The New Power of Loyalty
17 Jan 2022
At this time of year, it is easy to get swept away by the wave of industry predictions. But if the past couple of years are anything to go by, I think people have realised that industry predictions can all too easily be blinds
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At this time of year, it is easy to get swept away by the wave of industry predictions.
But if the past couple of years are anything to go by, I think people have realised that industry predictions can all too easily be blindsided. We have to set a course for our businesses with the best information available to us at the time.
In my latest interview with Michael Sansolo, retail expert and journalist, we explored the new power of loyalty. We talked about the current state of the industry as we emerge from such an unusual period of time, and how we can continue to connect with what matters most to shoppers.
By creating loyalty with purpose.
Businesses acting with purpose is something you will be sure to see in the news again this year. It is a term with a lot of different definitions.
But purpose driven loyalty is really about two things. One is the age-old constancy of customer service and attention. Shoppers love being recognised, thanked and rewarded for their behaviours. Talking and engaging with them – without pestering them, of course – is more important than ever as omnichannel experiences create more ways to do it.
The second element is helping people to give back.
After the challenges of the pandemic, people want to give back to schools, they want to help their grandchildren, children, or other people's children. There are things retailers can do very quickly to achieve this and, in the process, develop the experience between the local store and what surrounds it.
It's a simple and powerful way for retailers to make their environmental and sustainability commitments come alive.
It’s easy for retailers to overthink the role of digital. But for the customer they just see it as an extension of the shopping trip and the retailer experience.
Ultimately, we need to remember digital is a tool to make shopping easier.
Omniloyalty is ensuring we apply the same techniques to in-store customer service to other channels. It's flipping around the apprehension of digital as a new, shiny thing and making things start with the customer instead.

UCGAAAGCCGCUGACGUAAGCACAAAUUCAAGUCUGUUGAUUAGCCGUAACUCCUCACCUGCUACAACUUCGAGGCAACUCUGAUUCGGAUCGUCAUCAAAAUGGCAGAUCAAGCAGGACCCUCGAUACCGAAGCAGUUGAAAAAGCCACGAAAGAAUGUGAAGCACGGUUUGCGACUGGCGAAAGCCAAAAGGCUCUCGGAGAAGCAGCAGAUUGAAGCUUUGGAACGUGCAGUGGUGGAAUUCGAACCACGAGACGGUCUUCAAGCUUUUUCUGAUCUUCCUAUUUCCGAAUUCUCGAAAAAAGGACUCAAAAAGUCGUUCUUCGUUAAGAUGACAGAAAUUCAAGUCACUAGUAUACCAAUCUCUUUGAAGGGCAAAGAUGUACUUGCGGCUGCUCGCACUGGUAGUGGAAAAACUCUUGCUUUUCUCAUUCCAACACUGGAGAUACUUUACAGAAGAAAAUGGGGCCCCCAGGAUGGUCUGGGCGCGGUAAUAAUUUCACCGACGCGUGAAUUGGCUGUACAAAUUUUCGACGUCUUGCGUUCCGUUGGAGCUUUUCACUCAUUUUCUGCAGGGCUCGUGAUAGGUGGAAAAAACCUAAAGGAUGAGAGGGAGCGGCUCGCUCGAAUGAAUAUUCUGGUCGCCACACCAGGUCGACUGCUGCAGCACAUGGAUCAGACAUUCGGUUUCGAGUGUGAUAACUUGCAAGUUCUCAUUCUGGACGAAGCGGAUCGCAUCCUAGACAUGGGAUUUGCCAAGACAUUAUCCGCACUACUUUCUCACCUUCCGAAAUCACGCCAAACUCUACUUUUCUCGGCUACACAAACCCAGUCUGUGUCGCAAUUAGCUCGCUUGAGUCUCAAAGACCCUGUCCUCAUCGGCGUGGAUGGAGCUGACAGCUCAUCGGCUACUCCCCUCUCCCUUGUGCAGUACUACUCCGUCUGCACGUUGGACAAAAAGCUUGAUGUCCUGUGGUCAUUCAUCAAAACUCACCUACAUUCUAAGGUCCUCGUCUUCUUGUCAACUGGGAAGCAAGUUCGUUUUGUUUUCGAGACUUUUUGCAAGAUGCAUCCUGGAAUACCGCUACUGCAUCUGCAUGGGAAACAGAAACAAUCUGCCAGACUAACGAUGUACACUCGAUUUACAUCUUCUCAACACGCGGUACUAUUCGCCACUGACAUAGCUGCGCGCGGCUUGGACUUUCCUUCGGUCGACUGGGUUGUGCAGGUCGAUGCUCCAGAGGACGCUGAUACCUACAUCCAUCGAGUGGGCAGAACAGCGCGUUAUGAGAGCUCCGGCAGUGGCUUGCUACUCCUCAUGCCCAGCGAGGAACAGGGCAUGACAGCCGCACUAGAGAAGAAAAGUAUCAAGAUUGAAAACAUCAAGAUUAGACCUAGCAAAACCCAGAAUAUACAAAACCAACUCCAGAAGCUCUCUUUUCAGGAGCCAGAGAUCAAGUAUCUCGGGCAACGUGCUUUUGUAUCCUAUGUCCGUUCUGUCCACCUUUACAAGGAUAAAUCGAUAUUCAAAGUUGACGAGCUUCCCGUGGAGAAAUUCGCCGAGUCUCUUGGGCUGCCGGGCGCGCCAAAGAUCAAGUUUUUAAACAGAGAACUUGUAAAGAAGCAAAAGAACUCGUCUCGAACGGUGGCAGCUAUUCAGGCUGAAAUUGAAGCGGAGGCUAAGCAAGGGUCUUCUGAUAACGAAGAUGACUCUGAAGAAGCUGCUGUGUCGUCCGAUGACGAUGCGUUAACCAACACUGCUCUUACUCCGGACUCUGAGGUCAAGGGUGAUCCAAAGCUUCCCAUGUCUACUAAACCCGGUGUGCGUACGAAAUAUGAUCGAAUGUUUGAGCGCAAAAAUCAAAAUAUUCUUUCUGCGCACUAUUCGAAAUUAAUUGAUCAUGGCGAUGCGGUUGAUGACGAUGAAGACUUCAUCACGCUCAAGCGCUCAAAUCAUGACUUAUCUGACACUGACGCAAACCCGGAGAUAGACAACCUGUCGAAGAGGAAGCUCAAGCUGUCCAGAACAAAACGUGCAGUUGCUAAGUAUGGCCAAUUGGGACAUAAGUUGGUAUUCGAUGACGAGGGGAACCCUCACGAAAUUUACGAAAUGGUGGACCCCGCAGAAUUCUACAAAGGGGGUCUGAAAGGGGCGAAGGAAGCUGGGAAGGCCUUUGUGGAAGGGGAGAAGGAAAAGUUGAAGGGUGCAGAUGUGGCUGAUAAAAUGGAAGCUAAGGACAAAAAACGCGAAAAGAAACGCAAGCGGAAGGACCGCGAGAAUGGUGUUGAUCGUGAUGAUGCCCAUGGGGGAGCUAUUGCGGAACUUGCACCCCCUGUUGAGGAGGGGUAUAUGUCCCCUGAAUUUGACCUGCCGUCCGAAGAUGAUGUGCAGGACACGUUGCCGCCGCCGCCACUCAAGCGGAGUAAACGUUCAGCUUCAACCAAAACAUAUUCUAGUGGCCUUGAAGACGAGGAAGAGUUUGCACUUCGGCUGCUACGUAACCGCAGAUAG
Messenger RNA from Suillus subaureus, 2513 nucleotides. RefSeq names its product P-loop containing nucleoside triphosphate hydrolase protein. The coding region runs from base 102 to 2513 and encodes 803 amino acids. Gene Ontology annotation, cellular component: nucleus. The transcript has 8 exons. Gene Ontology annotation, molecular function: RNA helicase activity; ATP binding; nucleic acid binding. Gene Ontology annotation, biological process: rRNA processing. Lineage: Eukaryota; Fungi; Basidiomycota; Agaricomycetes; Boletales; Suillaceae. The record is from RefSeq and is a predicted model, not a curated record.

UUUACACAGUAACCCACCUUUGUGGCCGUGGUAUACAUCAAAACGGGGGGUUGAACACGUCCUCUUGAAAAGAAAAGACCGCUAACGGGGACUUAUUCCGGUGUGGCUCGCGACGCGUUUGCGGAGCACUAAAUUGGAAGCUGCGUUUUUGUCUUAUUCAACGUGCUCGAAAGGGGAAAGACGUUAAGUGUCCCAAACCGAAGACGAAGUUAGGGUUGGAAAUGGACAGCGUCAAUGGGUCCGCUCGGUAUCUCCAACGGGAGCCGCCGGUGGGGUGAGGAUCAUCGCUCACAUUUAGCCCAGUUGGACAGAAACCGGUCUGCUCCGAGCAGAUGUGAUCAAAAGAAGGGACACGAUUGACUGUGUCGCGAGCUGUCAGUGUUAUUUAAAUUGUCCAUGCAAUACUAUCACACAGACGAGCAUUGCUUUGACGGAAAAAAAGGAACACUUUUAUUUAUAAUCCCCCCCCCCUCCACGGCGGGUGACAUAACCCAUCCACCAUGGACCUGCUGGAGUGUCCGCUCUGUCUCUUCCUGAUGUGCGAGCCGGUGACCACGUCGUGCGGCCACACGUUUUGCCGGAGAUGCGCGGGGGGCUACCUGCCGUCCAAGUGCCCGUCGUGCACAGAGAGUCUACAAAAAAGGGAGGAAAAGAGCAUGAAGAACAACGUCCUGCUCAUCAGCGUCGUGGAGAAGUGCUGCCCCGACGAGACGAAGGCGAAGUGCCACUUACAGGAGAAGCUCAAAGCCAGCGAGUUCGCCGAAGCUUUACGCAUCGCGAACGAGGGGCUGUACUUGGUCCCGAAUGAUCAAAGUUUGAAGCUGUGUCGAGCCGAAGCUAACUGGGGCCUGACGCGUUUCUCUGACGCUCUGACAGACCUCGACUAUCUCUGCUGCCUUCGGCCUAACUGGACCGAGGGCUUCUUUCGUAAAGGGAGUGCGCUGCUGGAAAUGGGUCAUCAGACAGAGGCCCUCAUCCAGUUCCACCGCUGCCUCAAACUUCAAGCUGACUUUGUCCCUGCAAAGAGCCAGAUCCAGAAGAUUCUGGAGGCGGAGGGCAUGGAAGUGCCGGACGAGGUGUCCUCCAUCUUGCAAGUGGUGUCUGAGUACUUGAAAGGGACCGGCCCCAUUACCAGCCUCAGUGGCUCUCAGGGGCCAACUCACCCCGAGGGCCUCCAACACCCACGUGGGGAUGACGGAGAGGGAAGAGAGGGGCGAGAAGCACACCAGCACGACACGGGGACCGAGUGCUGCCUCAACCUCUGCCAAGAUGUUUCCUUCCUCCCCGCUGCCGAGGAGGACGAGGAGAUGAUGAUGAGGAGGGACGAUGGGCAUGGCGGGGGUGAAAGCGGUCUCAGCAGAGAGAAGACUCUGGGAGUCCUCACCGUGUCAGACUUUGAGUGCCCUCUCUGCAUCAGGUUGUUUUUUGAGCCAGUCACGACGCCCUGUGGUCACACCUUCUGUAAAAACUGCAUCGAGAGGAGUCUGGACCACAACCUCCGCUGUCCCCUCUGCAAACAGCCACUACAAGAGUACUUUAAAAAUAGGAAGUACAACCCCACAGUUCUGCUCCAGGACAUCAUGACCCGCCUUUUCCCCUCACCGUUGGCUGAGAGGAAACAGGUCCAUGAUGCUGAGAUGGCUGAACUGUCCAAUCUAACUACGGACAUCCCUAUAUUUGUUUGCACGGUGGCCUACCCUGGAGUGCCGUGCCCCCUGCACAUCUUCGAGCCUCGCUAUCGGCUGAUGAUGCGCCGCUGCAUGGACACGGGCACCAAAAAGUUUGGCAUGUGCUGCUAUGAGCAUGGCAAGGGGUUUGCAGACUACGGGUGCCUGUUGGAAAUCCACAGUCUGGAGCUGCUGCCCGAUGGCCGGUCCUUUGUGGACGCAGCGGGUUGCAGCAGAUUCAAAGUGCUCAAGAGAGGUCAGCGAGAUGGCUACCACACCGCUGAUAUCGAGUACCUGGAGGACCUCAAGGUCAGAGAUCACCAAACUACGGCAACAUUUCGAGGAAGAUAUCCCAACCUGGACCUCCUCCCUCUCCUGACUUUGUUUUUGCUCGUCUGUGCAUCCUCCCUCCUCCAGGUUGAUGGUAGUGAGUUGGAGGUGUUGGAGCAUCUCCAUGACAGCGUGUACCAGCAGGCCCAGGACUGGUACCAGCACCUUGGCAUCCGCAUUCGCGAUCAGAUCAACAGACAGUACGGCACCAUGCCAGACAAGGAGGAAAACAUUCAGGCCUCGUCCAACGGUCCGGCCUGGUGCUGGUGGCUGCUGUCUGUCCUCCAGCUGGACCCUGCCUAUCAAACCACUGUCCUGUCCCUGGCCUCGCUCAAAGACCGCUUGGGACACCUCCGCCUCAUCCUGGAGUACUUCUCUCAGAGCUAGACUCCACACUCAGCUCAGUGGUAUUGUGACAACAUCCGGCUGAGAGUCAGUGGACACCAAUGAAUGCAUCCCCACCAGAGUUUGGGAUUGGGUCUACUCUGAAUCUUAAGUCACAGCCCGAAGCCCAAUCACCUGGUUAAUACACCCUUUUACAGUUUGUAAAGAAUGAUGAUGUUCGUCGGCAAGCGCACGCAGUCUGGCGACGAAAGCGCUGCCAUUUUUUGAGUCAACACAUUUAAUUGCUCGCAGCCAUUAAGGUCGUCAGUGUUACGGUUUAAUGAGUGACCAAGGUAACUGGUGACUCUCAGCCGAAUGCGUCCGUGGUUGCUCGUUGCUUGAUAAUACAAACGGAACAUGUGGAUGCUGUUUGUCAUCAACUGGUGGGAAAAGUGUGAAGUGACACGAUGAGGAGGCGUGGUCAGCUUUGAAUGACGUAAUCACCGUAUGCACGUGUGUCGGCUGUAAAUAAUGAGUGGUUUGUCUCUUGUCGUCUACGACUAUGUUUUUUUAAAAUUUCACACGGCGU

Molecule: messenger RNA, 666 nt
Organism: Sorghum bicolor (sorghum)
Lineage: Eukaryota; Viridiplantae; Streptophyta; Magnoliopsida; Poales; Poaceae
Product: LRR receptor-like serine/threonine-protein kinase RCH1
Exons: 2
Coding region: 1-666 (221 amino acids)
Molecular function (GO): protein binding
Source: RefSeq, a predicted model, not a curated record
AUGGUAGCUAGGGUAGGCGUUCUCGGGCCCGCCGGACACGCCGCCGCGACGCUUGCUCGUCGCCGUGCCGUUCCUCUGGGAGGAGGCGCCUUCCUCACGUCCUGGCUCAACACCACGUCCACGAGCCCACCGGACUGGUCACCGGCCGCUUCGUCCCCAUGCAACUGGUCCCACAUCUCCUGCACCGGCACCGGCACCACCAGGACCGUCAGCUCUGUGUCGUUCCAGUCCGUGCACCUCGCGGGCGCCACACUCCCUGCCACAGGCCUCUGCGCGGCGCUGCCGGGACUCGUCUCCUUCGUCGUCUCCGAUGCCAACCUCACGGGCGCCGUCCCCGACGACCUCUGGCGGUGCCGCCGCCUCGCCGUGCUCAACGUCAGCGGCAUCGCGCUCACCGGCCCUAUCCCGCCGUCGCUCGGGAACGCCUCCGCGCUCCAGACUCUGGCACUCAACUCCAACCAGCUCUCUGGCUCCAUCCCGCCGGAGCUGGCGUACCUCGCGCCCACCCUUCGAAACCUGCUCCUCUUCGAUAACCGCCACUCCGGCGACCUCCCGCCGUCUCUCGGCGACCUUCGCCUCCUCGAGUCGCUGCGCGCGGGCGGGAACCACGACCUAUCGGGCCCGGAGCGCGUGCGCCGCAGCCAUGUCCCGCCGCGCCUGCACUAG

For some, that will be all online for others, that will be all in store. For many, it will be a myriad of different interactions and different channels.
The small actions that retailers are taking every day to incrementally make their businesses more environmentally friendly, while positive, aren’t always noticed by shoppers.
Research has shown that you have to change 70% of the messaging inside the supermarket for customers to actually notice these kinds of changes.
However, rather than feel that it is hopeless, it will remain important this year to keep developing big campaigns around sustainability and communities to avoid being left behind.
Exciting launches that draw attention to all the little changes can add up to one big, positive reflection of effort.
Crucially, businesses need to ensure that they are really participating with the circular economy, helping to remove waste from local communities or elsewhere to be used in new ways. That makes the sustainability message and sustainability action real, without risk of green washing claims.
Now is the time to focus on loyalty
During the pandemic, we witnessed extraordinary sales growth in the grocery sector because there was nowhere else to shop. It was one of the few retail outlets that was allowed to trade as normal.
While businesses focused on ensuring there was stock on shelves and staying afloat, loyalty took a back seat. Then, once the world began to come alive again, behaviours had been given a reset. Shoppers were buying products elsewhere and retailers are concerned about winning people back.
Loyalty really should be an always-on, always-engaging program. That for me is not the same as an always on loyalty scheme.
The counterintuitive way of thinking about this is to go after loyalty incredibly hard whilst you have the maximum concentration of customers in the store. That's the time to build the relationship. That's the time to prove that you're genuine. And that's the time to set up things for the future.
Connecting with shoppers is always exciting. The path for loyalty is in richer, deeper, emotional engagement with people. In our experience, you can run these types of campaigns for 8, 10, or 12 weeks, but we've seen the impacts last for months beyond that.
Rather than spreading your marketing budget very evenly across a wide number of shoppers in a wide period of time, you can do something much more focused, much more concentrated and create real movement.
That is what wins the heads of shoppers, wins their trips, but also wins their hearts.
Even with so much change to our everyday lives, the world of retail loyalty is more familiar than you might think. This industry’s core truths remain extremely valuable, the key is to ensure we are delivering them in the most modern and efficient ways possible.
They’ve been valuable in the past. They’re valuable today, and they’ll be valuable into the future.
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